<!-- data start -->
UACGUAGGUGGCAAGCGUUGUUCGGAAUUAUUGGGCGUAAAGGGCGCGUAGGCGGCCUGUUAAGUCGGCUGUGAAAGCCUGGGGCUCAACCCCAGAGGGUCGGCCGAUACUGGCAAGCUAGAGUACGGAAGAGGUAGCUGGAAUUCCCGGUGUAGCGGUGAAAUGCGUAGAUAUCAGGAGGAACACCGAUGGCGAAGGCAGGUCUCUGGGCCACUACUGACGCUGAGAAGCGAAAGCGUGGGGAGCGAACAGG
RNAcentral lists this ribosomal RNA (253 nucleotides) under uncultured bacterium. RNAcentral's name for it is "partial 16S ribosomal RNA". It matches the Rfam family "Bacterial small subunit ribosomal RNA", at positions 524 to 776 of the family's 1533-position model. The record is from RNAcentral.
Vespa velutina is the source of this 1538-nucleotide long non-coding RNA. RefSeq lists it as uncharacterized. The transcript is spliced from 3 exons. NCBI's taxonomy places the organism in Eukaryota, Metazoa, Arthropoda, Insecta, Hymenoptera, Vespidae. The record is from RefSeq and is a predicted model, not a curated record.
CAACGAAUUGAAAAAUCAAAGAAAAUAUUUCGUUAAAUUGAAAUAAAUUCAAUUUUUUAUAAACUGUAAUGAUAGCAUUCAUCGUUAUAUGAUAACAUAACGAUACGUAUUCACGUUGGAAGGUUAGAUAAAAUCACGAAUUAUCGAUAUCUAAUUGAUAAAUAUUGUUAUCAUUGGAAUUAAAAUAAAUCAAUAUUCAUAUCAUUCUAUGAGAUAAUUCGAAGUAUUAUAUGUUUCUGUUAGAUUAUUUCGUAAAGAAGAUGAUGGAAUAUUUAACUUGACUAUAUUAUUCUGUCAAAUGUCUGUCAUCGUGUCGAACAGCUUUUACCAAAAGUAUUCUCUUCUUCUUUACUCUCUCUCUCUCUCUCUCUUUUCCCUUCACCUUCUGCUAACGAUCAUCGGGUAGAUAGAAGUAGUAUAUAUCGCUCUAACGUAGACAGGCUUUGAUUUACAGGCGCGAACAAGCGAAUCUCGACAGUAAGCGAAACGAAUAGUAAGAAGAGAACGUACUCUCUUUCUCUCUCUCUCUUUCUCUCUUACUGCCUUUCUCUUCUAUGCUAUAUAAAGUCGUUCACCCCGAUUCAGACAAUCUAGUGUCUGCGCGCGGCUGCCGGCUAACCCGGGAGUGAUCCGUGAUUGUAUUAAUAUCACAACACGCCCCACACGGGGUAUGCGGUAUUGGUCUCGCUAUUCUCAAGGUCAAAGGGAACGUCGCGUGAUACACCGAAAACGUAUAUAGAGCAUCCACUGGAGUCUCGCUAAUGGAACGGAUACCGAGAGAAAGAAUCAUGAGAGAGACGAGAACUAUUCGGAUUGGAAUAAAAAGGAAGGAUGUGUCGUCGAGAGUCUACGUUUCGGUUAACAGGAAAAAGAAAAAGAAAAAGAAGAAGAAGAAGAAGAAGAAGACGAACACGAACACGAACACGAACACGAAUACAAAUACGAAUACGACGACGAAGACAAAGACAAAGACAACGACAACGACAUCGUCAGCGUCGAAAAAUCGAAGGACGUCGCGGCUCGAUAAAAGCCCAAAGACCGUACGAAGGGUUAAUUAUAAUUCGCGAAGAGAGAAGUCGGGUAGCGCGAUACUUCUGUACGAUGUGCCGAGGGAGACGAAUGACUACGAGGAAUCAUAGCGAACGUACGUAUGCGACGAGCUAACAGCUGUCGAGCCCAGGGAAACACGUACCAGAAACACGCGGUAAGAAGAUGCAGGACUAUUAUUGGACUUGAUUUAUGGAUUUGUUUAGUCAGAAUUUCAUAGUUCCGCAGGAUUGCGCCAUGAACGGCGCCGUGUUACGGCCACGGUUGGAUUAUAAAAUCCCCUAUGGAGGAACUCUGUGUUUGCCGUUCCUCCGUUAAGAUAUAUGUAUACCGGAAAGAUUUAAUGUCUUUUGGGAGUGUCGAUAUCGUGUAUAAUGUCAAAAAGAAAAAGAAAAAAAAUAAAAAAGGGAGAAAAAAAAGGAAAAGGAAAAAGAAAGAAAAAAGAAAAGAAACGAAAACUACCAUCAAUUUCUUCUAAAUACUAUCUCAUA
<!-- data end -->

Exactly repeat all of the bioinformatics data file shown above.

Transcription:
UACGUAGGUGGCAAGCGUUGUUCGGAAUUAUUGGGCGUAAAGGGCGCGUAGGCGGCCUGUUAAGUCGGCUGUGAAAGCCUGGGGCUCAACCCCAGAGGGUCGGCCGAUACUGGCAAGCUAGAGUACGGAAGAGGUAGCUGGAAUUCCCGGUGUAGCGGUGAAAUGCGUAGAUAUCAGGAGGAACACCGAUGGCGAAGGCAGGUCUCUGGGCCACUACUGACGCUGAGAAGCGAAAGCGUGGGGAGCGAACAGG
RNAcentral lists this ribosomal RNA (253 nucleotides) under uncultured bacterium. RNAcentral's name for it is "partial 16S ribosomal RNA". It matches the Rfam family "Bacterial small subunit ribosomal RNA", at positions 524 to 776 of the family's 1533-position model. The record is from RNAcentral.
Vespa velutina is the source of this 1538-nucleotide long non-coding RNA. RefSeq lists it as uncharacterized. The transcript is spliced from 3 exons. NCBI's taxonomy places the organism in Eukaryota, Metazoa, Arthropoda, Insecta, Hymenoptera, Vespidae. The record is from RefSeq and is a predicted model, not a curated record.
CAACGAAUUGAAAAAUCAAAGAAAAUAUUUCGUUAAAUUGAAAUAAAUUCAAUUUUUUAUAAACUGUAAUGAUAGCAUUCAUCGUUAUAUGAUAACAUAACGAUACGUAUUCACGUUGGAAGGUUAGAUAAAAUCACGAAUUAUCGAUAUCUAAUUGAUAAAUAUUGUUAUCAUUGGAAUUAAAAUAAAUCAAUAUUCAUAUCAUUCUAUGAGAUAAUUCGAAGUAUUAUAUGUUUCUGUUAGAUUAUUUCGUAAAGAAGAUGAUGGAAUAUUUAACUUGACUAUAUUAUUCUGUCAAAUGUCUGUCAUCGUGUCGAACAGCUUUUACCAAAAGUAUUCUCUUCUUCUUUACUCUCUCUCUCUCUCUCUCUUUUCCCUUCACCUUCUGCUAACGAUCAUCGGGUAGAUAGAAGUAGUAUAUAUCGCUCUAACGUAGACAGGCUUUGAUUUACAGGCGCGAACAAGCGAAUCUCGACAGUAAGCGAAACGAAUAGUAAGAAGAGAACGUACUCUCUUUCUCUCUCUCUCUUUCUCUCUUACUGCCUUUCUCUUCUAUGCUAUAUAAAGUCGUUCACCCCGAUUCAGACAAUCUAGUGUCUGCGCGCGGCUGCCGGCUAACCCGGGAGUGAUCCGUGAUUGUAUUAAUAUCACAACACGCCCCACACGGGGUAUGCGGUAUUGGUCUCGCUAUUCUCAAGGUCAAAGGGAACGUCGCGUGAUACACCGAAAACGUAUAUAGAGCAUCCACUGGAGUCUCGCUAAUGGAACGGAUACCGAGAGAAAGAAUCAUGAGAGAGACGAGAACUAUUCGGAUUGGAAUAAAAAGGAAGGAUGUGUCGUCGAGAGUCUACGUUUCGGUUAACAGGAAAAAGAAAAAGAAAAAGAAGAAGAAGAAGAAGAAGAAGACGAACACGAACACGAACACGAACACGAAUACAAAUACGAAUACGACGACGAAGACAAAGACAAAGACAACGACAACGACAUCGUCAGCGUCGAAAAAUCGAAGGACGUCGCGGCUCGAUAAAAGCCCAAAGACCGUACGAAGGGUUAAUUAUAAUUCGCGAAGAGAGAAGUCGGGUAGCGCGAUACUUCUGUACGAUGUGCCGAGGGAGACGAAUGACUACGAGGAAUCAUAGCGAACGUACGUAUGCGACGAGCUAACAGCUGUCGAGCCCAGGGAAACACGUACCAGAAACACGCGGUAAGAAGAUGCAGGACUAUUAUUGGACUUGAUUUAUGGAUUUGUUUAGUCAGAAUUUCAUAGUUCCGCAGGAUUGCGCCAUGAACGGCGCCGUGUUACGGCCACGGUUGGAUUAUAAAAUCCCCUAUGGAGGAACUCUGUGUUUGCCGUUCCUCCGUUAAGAUAUAUGUAUACCGGAAAGAUUUAAUGUCUUUUGGGAGUGUCGAUAUCGUGUAUAAUGUCAAAAAGAAAAAGAAAAAAAAUAAAAAAGGGAGAAAAAAAAGGAAAAGGAAAAAGAAAGAAAAAAGAAAAGAAACGAAAACUACCAUCAAUUUCUUCUAAAUACUAUCUCAUA